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Facts about the Asian Giant Hornet (05/14/20)

If you’ve read the news recently, and we’re sure you have, you’ve likely seen stories about an exotic and potentially invasive insect called the Asian giant hornet (Vespa mandarinia) or, as has been popularly reported in the media, ‘murder hornet’.

If you’ve read the news recently, and we’re sure you haveent.3, you’ve likely seenstories about an exotic and potentially invasive insect called the Asian giant hornet (Vespa mandarinia) or, as has been popularly reported in the media, ‘murder hornet’. It’s big, it packs a powerful sting, and it preys on honey bees (though not exclusively), but perhaps it’s the ‘murder’ moniker that’s gotten the public’s attention. Furthermore, any invasive insect is cause for concern, simply because of the economic and environmental loss that can occur, such as ash tree loss from the emerald ash borer and crop, tree and lawn damage from the Japanese beetle. For beekeepers in North America, the Asian giant hornet could prove costly indeed if it becomes established. Here, we’ll get to the facts about the Asian giant hornet.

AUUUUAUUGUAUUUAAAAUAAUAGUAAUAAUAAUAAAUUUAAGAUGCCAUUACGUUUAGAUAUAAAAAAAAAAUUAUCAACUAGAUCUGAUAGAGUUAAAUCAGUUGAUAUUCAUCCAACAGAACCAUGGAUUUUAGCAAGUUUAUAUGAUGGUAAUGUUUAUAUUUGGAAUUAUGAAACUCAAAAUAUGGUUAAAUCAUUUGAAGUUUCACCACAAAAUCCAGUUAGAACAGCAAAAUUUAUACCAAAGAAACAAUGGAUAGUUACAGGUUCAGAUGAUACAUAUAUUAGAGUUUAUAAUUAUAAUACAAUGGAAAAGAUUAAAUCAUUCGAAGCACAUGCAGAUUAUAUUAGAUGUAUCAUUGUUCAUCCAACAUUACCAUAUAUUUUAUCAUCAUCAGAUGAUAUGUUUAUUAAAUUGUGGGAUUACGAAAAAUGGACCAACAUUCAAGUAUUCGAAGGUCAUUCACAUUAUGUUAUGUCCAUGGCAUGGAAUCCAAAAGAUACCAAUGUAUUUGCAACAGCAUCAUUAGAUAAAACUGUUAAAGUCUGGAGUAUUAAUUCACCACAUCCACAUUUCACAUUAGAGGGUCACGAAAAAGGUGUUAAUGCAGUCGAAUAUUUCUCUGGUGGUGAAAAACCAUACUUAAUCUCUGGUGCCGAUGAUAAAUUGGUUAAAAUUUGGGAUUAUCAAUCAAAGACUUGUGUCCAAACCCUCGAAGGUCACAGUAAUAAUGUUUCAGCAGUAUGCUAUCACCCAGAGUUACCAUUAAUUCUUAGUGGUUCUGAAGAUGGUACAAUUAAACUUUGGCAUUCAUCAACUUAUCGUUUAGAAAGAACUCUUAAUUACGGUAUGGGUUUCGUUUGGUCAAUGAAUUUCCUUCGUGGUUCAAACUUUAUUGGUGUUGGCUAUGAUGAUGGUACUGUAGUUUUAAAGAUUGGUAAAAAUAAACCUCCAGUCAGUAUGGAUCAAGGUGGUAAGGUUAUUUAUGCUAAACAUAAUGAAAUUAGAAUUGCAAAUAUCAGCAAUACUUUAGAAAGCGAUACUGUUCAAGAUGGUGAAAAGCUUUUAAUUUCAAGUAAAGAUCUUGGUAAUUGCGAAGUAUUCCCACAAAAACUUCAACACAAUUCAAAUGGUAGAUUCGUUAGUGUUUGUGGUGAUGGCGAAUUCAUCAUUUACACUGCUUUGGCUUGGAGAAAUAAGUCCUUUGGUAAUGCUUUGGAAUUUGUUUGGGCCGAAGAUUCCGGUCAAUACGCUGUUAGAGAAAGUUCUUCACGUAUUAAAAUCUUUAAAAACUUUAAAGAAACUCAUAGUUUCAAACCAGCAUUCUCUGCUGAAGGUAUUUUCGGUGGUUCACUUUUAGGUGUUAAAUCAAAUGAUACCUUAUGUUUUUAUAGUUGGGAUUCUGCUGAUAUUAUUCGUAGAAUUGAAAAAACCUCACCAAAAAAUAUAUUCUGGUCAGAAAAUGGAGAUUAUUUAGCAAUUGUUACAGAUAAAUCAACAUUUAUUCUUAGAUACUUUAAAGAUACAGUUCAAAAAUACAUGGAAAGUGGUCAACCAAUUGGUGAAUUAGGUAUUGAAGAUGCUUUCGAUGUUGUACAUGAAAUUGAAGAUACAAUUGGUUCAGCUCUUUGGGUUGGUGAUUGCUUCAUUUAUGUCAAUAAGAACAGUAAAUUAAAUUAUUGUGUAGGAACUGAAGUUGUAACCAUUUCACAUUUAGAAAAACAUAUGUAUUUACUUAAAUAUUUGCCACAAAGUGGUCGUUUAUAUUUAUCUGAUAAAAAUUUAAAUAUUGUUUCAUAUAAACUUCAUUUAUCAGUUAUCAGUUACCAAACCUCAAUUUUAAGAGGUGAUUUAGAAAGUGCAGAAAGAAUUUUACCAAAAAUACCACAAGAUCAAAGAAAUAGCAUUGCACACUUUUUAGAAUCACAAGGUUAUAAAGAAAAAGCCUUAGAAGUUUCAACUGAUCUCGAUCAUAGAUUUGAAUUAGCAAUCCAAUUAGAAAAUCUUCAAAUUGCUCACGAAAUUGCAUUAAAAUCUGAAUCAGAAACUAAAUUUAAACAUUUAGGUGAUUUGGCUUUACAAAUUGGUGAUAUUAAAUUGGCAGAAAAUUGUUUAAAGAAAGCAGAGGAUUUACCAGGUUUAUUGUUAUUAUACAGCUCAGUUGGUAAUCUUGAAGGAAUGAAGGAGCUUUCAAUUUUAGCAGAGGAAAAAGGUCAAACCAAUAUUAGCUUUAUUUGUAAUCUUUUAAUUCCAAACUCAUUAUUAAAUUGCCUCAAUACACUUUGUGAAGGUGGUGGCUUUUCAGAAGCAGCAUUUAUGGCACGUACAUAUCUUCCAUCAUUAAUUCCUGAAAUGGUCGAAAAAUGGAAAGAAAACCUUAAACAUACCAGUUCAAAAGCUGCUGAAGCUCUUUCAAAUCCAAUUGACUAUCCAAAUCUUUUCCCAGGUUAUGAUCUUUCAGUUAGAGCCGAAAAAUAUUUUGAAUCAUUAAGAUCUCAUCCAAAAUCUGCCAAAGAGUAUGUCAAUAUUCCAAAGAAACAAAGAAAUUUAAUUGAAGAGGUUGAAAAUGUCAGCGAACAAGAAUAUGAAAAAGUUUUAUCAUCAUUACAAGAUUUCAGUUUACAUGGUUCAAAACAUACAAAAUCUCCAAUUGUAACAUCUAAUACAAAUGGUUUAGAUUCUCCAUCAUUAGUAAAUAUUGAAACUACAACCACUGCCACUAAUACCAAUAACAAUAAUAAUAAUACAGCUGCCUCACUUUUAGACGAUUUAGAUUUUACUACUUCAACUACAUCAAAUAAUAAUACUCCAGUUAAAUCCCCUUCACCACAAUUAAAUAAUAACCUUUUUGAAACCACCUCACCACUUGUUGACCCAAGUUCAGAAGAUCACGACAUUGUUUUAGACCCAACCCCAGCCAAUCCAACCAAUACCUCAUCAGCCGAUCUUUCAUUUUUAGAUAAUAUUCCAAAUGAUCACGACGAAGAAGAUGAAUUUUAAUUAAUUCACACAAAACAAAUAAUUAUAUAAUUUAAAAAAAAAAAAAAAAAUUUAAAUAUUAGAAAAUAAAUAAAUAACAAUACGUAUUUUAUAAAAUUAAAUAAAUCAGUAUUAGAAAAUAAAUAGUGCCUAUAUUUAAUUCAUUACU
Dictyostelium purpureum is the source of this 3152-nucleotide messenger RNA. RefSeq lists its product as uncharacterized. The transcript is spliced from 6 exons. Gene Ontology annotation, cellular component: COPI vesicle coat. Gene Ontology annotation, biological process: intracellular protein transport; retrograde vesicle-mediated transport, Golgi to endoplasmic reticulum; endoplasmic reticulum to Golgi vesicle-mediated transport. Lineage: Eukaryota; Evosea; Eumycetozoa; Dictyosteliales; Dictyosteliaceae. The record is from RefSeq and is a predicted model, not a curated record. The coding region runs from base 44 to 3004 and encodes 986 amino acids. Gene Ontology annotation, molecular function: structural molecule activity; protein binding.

Asian giant hornet (Figure 1) is native to tropical and temperate areas of southern and eastern Asia. Asian giant hornet was detected near Vancouver, British Columbia, in August of 2019. The nest was found and eradicated in September. In August and again in October, a beekeeper near Bellingham, WA, saw hornets near house (August) and attacking a hive (October), but the hornet species was not confirmed. In December of 2019, a homeowner near Blaine, WA collected a dead hornet that was later confirmed as Asian giant hornet. These detections prompted a prudent response from the Washington State Department of Agriculture and Washington State University Extension. A concerted effort with Washington beekeepers, who would be the most likely group to encounter the hornets, has not result in any new detections. At present, there are no known established populations of Asian giant hornet in North America. How the hornets were introduced to British Columbia and Washington remains unknown, but according to USDA-APHIS it is possible they arrived as illegal imports for food or medicinal uses. Early detection and response is critical. Public education and monitoring efforts for Asian giant hornet continues. The fact that no further detections occurred this April, when overwintered females begin to emerge, is good news but is not conclusive, as queens are difficult to detect because there are so few of them. Workers are more numerous, and are active in the summer and fall months. Only queens can disperse to form new nests.